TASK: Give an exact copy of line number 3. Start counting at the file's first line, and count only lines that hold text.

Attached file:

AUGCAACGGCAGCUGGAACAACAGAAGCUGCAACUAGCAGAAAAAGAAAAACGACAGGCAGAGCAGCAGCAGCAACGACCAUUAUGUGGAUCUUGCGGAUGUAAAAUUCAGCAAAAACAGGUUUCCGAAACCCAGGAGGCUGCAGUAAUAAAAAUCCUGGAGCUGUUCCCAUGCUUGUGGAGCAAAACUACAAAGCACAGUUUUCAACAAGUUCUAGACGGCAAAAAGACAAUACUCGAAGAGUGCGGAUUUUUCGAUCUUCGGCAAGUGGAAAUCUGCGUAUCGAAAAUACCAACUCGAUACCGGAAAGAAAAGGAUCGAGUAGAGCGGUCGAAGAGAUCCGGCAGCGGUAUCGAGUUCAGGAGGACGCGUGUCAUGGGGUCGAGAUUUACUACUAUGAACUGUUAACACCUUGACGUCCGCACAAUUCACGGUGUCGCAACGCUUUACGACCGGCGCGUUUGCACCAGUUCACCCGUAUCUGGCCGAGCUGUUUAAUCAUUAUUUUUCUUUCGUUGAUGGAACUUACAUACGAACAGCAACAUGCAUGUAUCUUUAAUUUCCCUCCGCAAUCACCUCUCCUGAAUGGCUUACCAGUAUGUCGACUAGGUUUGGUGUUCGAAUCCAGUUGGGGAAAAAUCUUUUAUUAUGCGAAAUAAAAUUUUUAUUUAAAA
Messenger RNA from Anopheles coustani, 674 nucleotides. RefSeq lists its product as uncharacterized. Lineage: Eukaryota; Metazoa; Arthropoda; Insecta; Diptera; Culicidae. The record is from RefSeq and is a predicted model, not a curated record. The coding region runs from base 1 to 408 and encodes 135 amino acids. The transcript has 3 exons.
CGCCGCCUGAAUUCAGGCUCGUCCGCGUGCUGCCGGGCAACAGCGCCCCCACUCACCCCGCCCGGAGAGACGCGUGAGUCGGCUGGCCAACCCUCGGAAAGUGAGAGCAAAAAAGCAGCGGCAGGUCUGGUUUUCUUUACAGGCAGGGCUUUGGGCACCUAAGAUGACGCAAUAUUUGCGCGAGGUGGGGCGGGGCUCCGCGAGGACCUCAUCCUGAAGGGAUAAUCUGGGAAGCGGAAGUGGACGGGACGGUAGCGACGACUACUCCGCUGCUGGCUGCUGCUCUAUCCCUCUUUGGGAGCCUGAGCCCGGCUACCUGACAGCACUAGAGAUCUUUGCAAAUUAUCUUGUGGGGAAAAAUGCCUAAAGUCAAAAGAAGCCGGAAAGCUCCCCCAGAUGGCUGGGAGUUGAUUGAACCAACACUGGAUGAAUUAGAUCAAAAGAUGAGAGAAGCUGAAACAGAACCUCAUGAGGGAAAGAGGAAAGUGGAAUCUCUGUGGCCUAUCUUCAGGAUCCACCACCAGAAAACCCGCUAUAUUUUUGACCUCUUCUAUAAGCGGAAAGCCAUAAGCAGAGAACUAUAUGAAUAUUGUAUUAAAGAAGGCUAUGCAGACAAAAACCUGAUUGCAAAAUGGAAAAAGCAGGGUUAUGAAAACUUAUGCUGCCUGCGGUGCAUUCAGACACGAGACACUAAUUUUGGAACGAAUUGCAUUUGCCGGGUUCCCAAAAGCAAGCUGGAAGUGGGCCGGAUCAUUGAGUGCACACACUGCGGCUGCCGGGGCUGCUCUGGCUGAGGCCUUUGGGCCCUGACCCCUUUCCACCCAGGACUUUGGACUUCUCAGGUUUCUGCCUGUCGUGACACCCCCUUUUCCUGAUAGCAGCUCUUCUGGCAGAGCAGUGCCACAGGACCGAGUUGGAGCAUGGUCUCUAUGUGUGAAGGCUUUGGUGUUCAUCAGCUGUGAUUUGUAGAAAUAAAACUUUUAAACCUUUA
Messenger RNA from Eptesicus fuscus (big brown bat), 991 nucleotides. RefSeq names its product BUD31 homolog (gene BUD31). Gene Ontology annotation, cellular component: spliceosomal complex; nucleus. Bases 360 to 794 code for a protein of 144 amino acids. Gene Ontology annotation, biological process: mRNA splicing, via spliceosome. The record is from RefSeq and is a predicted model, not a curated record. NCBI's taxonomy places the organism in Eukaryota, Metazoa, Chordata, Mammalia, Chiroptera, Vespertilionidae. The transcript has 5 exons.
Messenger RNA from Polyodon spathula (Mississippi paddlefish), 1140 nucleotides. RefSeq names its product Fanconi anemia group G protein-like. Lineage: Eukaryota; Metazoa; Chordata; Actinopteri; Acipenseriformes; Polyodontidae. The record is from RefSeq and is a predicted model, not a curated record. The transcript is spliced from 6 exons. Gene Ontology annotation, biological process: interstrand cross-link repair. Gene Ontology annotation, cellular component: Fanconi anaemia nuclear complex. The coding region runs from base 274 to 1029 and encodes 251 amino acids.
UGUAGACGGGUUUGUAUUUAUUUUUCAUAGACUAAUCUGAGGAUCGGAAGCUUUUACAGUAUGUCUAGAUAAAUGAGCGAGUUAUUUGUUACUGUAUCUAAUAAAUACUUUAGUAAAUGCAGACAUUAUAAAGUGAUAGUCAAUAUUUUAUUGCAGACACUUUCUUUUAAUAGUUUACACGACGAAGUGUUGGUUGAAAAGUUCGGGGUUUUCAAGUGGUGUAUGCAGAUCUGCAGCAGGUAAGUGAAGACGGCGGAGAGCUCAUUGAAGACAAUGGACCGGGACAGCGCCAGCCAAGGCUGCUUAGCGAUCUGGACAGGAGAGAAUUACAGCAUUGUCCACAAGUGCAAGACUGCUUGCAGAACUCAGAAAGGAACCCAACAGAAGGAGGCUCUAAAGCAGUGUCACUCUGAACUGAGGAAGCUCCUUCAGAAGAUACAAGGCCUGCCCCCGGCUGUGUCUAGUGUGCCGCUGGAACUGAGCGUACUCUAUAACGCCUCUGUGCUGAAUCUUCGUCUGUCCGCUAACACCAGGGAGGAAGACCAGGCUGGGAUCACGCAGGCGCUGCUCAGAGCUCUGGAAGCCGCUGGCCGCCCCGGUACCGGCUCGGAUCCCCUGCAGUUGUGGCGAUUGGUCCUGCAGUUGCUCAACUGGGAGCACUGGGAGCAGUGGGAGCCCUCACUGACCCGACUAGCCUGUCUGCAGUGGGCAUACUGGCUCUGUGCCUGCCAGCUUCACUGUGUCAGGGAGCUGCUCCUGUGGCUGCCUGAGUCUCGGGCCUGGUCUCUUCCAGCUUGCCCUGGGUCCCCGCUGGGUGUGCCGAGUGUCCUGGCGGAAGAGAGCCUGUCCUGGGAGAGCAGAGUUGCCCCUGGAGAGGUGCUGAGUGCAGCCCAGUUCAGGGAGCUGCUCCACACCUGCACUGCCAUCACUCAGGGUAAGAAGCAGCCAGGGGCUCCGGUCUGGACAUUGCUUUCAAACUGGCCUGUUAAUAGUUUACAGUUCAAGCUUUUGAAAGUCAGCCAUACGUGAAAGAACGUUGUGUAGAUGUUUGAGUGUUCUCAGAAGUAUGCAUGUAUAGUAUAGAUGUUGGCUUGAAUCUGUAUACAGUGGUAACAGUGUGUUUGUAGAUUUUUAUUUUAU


CGCCGCCUGAAUUCAGGCUCGUCCGCGUGCUGCCGGGCAACAGCGCCCCCACUCACCCCGCCCGGAGAGACGCGUGAGUCGGCUGGCCAACCCUCGGAAAGUGAGAGCAAAAAAGCAGCGGCAGGUCUGGUUUUCUUUACAGGCAGGGCUUUGGGCACCUAAGAUGACGCAAUAUUUGCGCGAGGUGGGGCGGGGCUCCGCGAGGACCUCAUCCUGAAGGGAUAAUCUGGGAAGCGGAAGUGGACGGGACGGUAGCGACGACUACUCCGCUGCUGGCUGCUGCUCUAUCCCUCUUUGGGAGCCUGAGCCCGGCUACCUGACAGCACUAGAGAUCUUUGCAAAUUAUCUUGUGGGGAAAAAUGCCUAAAGUCAAAAGAAGCCGGAAAGCUCCCCCAGAUGGCUGGGAGUUGAUUGAACCAACACUGGAUGAAUUAGAUCAAAAGAUGAGAGAAGCUGAAACAGAACCUCAUGAGGGAAAGAGGAAAGUGGAAUCUCUGUGGCCUAUCUUCAGGAUCCACCACCAGAAAACCCGCUAUAUUUUUGACCUCUUCUAUAAGCGGAAAGCCAUAAGCAGAGAACUAUAUGAAUAUUGUAUUAAAGAAGGCUAUGCAGACAAAAACCUGAUUGCAAAAUGGAAAAAGCAGGGUUAUGAAAACUUAUGCUGCCUGCGGUGCAUUCAGACACGAGACACUAAUUUUGGAACGAAUUGCAUUUGCCGGGUUCCCAAAAGCAAGCUGGAAGUGGGCCGGAUCAUUGAGUGCACACACUGCGGCUGCCGGGGCUGCUCUGGCUGAGGCCUUUGGGCCCUGACCCCUUUCCACCCAGGACUUUGGACUUCUCAGGUUUCUGCCUGUCGUGACACCCCCUUUUCCUGAUAGCAGCUCUUCUGGCAGAGCAGUGCCACAGGACCGAGUUGGAGCAUGGUCUCUAUGUGUGAAGGCUUUGGUGUUCAUCAGCUGUGAUUUGUAGAAAUAAAACUUUUAAACCUUUA